Hibiscus rosa-sinensis (Photo by Sweet Chily on Wikimedia Commons)

Cultivation and History of Hibiscus

All hibiscus species will grow best within full sunlight, and well drained soil with a slightly acidic pH. You will see them grown primarily as ornamental shrubs, however many countries grow hibiscus for its culinary and cultural uses.

Hibiscus rosa-sinensis habitat
Hibiscus rosa-sinensis habitat (Photo by Forest & Kim Starr on Wikimedia Commons)

Grow hibiscus from cuttings, seed or by purchasing a young plant from your local garden center. Soak the seeds in water overnight then sow indoors during the winter, or 10 weeks before the last frost of spring. After sowing, you will start to see seedlings after roughly 2 weeks. Ensure the seedlings receive plenty of sunlight as they mature. Place young plants in the garden after strong roots have formed. If you grow seeds within a small container, consider moving them into a bigger pot before planting to allow more space for roots to establish.

For your hibiscus to thrive and produce many flowers, keep it watered during dry weather and mulch generously. It is possible to grow them within cooler and temperate climates. However you may need to bring the plant inside in winter as hibiscus does not fair well in frost. Regular pruning will also help to keep your hibiscus healthy. This will stop flower bearing stems and branches becoming too leggy.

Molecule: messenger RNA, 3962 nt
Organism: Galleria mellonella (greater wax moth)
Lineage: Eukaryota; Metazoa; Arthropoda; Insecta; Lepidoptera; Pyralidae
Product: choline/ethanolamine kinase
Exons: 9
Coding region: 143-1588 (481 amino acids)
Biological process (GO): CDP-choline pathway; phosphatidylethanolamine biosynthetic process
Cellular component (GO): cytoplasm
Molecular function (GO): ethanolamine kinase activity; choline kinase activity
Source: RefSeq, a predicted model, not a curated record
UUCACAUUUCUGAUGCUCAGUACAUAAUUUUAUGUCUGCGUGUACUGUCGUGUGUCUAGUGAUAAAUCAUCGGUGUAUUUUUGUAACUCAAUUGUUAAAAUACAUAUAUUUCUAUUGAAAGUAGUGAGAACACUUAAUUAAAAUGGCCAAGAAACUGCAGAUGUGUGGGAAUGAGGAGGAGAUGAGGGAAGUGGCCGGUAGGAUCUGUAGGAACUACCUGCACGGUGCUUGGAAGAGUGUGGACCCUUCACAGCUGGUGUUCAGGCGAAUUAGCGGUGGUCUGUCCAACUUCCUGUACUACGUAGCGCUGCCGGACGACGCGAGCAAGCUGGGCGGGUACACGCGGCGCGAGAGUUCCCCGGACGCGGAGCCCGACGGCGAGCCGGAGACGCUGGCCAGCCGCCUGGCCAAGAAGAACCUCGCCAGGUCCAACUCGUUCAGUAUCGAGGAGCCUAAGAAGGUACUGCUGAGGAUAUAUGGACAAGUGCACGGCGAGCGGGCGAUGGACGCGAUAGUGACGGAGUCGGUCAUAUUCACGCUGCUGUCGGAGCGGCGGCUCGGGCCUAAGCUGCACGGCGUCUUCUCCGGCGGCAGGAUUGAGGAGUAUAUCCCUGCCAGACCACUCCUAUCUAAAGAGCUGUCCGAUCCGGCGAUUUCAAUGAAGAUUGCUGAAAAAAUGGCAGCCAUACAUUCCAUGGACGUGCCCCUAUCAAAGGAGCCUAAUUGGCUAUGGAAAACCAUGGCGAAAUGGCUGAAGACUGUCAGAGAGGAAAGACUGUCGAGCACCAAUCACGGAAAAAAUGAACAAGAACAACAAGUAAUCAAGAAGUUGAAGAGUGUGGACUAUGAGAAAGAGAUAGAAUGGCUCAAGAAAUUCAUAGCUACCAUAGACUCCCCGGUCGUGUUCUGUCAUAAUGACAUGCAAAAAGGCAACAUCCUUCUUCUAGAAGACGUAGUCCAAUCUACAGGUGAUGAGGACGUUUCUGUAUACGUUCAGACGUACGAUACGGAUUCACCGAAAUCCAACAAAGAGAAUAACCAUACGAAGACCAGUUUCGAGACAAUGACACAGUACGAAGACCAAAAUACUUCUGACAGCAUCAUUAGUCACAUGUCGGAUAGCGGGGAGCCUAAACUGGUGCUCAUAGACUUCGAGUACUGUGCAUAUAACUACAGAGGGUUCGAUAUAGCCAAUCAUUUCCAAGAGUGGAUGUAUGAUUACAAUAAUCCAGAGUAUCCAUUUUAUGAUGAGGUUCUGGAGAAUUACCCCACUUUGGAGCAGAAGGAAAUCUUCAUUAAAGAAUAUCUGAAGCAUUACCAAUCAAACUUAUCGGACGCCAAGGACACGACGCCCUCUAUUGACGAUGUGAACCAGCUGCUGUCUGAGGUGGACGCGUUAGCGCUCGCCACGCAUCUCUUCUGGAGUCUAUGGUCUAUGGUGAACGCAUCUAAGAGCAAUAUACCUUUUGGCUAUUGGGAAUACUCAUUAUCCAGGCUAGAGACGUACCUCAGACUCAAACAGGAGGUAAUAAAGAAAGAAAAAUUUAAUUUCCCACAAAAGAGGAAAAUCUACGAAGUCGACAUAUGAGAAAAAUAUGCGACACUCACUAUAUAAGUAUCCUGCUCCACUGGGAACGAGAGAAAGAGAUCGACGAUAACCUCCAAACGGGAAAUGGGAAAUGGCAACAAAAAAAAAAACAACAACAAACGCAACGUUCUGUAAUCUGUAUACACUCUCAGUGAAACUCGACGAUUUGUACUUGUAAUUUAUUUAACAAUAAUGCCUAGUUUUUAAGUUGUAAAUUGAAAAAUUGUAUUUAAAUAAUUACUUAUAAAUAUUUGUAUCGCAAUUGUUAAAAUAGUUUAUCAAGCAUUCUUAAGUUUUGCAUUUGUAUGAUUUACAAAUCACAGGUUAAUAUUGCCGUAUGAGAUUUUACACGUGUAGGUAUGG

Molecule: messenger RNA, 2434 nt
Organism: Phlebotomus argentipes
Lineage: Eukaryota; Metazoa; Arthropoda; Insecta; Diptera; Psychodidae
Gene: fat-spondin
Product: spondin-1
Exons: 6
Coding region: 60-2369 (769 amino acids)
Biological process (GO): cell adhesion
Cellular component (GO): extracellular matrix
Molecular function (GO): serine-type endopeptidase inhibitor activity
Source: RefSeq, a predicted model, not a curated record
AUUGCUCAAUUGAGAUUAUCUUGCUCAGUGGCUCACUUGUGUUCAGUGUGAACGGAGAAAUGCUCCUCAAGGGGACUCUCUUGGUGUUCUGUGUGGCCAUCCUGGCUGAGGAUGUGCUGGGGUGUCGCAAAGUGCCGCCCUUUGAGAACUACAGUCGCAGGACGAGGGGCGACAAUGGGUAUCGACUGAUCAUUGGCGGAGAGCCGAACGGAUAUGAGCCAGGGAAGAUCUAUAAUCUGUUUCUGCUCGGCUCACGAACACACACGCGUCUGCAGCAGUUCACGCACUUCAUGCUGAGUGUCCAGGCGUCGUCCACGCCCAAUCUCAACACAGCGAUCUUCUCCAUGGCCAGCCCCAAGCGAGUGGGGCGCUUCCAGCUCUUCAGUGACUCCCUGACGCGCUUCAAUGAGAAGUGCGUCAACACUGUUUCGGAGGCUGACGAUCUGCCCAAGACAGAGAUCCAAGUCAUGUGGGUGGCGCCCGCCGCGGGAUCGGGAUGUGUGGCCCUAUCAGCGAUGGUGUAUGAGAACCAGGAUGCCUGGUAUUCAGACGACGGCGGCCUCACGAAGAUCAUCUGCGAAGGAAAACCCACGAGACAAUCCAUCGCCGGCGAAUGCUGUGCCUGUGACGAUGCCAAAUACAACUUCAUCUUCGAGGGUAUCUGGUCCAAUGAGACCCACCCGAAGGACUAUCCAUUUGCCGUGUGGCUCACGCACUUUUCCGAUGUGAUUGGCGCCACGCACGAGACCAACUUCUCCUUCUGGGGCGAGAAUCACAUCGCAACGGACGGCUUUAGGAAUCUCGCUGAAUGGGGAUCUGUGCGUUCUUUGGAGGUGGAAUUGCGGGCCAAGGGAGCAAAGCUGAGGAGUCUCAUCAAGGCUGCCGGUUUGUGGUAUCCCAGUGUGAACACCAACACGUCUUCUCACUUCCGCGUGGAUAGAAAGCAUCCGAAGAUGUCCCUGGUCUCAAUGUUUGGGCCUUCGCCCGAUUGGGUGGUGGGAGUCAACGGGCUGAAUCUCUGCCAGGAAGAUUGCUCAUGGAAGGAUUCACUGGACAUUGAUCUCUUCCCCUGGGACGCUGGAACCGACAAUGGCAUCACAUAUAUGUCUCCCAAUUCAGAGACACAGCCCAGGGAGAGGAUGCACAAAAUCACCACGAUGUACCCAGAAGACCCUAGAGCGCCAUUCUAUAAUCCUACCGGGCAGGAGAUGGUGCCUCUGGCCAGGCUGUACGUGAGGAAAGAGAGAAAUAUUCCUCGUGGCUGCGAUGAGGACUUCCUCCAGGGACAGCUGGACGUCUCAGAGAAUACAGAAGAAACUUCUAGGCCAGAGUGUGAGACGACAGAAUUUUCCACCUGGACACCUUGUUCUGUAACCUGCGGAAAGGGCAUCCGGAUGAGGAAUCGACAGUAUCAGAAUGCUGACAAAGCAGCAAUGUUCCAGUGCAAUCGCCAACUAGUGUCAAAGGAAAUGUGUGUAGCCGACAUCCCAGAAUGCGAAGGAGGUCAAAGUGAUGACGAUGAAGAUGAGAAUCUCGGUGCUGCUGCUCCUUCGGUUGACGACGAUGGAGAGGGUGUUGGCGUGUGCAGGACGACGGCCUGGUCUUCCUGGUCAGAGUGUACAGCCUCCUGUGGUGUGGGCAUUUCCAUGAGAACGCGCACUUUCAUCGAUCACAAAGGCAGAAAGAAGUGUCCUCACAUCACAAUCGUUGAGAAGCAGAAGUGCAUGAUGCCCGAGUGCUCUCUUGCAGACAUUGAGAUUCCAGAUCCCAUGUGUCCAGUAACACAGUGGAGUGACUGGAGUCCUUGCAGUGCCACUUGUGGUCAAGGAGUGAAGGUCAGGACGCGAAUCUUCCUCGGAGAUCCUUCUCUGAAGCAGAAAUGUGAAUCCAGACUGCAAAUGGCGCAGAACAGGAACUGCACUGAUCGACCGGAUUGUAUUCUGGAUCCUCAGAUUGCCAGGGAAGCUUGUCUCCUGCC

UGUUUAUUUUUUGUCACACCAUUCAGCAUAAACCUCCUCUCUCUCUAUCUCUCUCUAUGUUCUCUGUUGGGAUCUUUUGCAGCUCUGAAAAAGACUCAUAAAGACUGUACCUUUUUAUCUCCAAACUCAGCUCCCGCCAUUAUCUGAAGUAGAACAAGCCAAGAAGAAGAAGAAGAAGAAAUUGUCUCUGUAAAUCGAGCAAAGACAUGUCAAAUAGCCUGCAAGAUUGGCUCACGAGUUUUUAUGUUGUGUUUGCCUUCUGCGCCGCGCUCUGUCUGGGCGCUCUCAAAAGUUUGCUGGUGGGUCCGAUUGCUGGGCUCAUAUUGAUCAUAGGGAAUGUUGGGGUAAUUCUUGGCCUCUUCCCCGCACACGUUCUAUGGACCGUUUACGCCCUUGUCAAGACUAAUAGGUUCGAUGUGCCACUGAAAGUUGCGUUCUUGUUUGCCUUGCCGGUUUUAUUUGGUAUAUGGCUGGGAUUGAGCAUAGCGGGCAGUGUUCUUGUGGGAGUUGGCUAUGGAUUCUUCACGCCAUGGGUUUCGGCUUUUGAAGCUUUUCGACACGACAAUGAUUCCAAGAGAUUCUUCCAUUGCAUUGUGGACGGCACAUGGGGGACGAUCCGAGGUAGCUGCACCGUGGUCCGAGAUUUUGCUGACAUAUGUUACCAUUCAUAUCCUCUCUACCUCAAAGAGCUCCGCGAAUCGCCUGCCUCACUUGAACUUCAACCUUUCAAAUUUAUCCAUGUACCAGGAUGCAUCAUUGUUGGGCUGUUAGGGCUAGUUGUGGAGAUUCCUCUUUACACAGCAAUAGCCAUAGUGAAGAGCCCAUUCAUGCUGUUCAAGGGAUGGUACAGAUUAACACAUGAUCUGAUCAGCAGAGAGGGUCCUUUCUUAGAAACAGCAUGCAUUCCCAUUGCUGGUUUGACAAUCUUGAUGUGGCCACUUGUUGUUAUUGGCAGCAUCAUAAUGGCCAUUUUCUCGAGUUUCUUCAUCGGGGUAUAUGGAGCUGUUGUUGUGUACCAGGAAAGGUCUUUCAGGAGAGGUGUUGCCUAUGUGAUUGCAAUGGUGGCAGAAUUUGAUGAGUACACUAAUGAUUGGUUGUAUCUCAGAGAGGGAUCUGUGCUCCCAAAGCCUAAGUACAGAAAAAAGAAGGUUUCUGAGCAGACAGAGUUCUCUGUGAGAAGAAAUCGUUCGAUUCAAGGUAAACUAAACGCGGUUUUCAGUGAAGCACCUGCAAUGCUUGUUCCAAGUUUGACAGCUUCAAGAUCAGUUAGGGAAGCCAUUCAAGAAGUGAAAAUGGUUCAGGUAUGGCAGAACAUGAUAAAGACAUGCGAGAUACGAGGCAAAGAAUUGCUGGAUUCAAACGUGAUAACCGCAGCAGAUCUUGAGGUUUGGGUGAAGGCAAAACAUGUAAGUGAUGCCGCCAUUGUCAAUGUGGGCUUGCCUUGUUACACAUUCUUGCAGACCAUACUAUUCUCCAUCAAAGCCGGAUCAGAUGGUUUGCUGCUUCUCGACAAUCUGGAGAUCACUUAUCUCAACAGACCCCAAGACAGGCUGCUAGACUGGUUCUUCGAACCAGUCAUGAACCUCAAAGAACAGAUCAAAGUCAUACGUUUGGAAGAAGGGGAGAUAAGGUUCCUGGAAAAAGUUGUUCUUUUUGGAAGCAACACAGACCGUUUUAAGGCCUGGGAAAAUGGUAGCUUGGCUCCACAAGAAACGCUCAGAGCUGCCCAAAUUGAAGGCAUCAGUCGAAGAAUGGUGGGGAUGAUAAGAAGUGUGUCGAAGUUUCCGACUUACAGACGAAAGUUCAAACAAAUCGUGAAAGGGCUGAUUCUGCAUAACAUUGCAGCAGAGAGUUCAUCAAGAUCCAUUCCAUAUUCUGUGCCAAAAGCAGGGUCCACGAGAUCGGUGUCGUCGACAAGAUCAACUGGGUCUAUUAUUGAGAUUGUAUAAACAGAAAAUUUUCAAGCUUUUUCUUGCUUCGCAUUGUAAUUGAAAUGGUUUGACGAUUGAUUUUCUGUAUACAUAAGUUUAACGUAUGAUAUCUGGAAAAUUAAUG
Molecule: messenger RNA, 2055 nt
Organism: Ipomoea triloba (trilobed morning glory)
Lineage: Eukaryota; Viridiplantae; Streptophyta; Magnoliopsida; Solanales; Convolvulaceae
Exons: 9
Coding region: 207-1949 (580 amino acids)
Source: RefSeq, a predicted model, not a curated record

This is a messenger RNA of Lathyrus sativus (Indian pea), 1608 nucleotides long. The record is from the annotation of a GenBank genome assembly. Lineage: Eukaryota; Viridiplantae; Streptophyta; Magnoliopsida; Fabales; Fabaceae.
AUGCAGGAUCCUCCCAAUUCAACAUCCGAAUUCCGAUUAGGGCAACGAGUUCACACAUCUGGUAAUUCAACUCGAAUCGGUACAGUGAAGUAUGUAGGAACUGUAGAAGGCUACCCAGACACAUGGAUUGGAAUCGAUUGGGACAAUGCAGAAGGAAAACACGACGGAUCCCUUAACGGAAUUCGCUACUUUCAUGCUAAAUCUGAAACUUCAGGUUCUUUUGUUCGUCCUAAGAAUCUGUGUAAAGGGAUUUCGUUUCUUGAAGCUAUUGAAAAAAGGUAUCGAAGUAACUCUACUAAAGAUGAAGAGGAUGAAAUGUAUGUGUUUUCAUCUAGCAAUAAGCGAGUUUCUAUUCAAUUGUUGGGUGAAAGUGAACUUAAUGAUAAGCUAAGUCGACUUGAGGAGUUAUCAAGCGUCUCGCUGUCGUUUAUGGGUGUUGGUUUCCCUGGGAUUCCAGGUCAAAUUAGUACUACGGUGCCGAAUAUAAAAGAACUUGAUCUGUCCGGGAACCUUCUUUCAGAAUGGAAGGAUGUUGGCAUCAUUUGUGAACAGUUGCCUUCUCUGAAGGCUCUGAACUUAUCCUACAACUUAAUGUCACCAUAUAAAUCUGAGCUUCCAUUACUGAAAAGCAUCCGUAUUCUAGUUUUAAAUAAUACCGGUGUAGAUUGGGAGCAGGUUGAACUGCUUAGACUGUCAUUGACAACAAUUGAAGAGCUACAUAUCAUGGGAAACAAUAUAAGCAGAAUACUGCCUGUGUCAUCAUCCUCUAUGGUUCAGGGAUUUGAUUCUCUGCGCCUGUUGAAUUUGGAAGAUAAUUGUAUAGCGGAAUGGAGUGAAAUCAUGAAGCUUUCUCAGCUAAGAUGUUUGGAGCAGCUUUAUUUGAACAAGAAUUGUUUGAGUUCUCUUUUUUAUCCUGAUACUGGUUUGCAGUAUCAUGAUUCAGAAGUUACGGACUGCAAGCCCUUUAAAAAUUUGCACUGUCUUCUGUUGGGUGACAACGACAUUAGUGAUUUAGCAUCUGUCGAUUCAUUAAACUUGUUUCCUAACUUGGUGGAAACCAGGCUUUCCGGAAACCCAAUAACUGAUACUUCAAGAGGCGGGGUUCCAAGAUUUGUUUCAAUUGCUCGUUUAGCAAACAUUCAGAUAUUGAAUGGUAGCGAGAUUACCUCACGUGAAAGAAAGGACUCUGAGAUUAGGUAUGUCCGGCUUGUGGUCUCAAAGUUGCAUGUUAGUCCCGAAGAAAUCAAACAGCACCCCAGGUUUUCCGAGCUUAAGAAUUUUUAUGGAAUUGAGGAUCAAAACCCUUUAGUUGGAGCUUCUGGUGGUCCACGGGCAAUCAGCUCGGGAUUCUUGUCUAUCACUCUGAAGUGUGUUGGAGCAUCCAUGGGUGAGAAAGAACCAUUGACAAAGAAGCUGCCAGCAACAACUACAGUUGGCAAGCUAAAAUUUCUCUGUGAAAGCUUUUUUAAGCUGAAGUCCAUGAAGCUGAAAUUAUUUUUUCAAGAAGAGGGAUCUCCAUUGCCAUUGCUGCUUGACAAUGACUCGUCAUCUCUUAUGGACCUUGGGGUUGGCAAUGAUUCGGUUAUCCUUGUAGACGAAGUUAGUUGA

Toxicity

You can safely eat hibiscus within reasonable amounts in food and herbal remedies. If you are pregnant or breast feeding, diabetic or suffer from low blood pressure, you should avoid taking hibiscus. Its full effects on the body are not throughly studied, and minor evidence suggests it could alter blood pressure.

Uses

Culinary uses of Hibiscus

Hibiscus tea is a very popular drink worldwide and can be served hot or cold. It has a high amount of Vitamin C and is drank as a refreshing and nutritious beverage. Try infusing the dried flowers with hot water and adding lime, honey and ice cubes for a refreshing drink. You may see this particular concoction on the menu of many Cambodian restaurants and bars. 

The dried flowers of hibiscus are edible and you can add them to a variety of dishes to add color or texture. You may choose to use them as a decorative garnish for desserts or to add a splash of color to a salad.

Hibiscus rosa-sinensis
Hibiscus rosa-sinensis (Photo by Kreuzschnabel on Wikimedia Commons)

Products created with Hibiscus

Within areas of China and India hibiscus is often used as a shoe polish. The flowers can be rubbed directly onto the shoe or a black polish can be produced from crushed petals. Some short run production of paper types are created with hibiscus

Medicinal uses of Hibiscus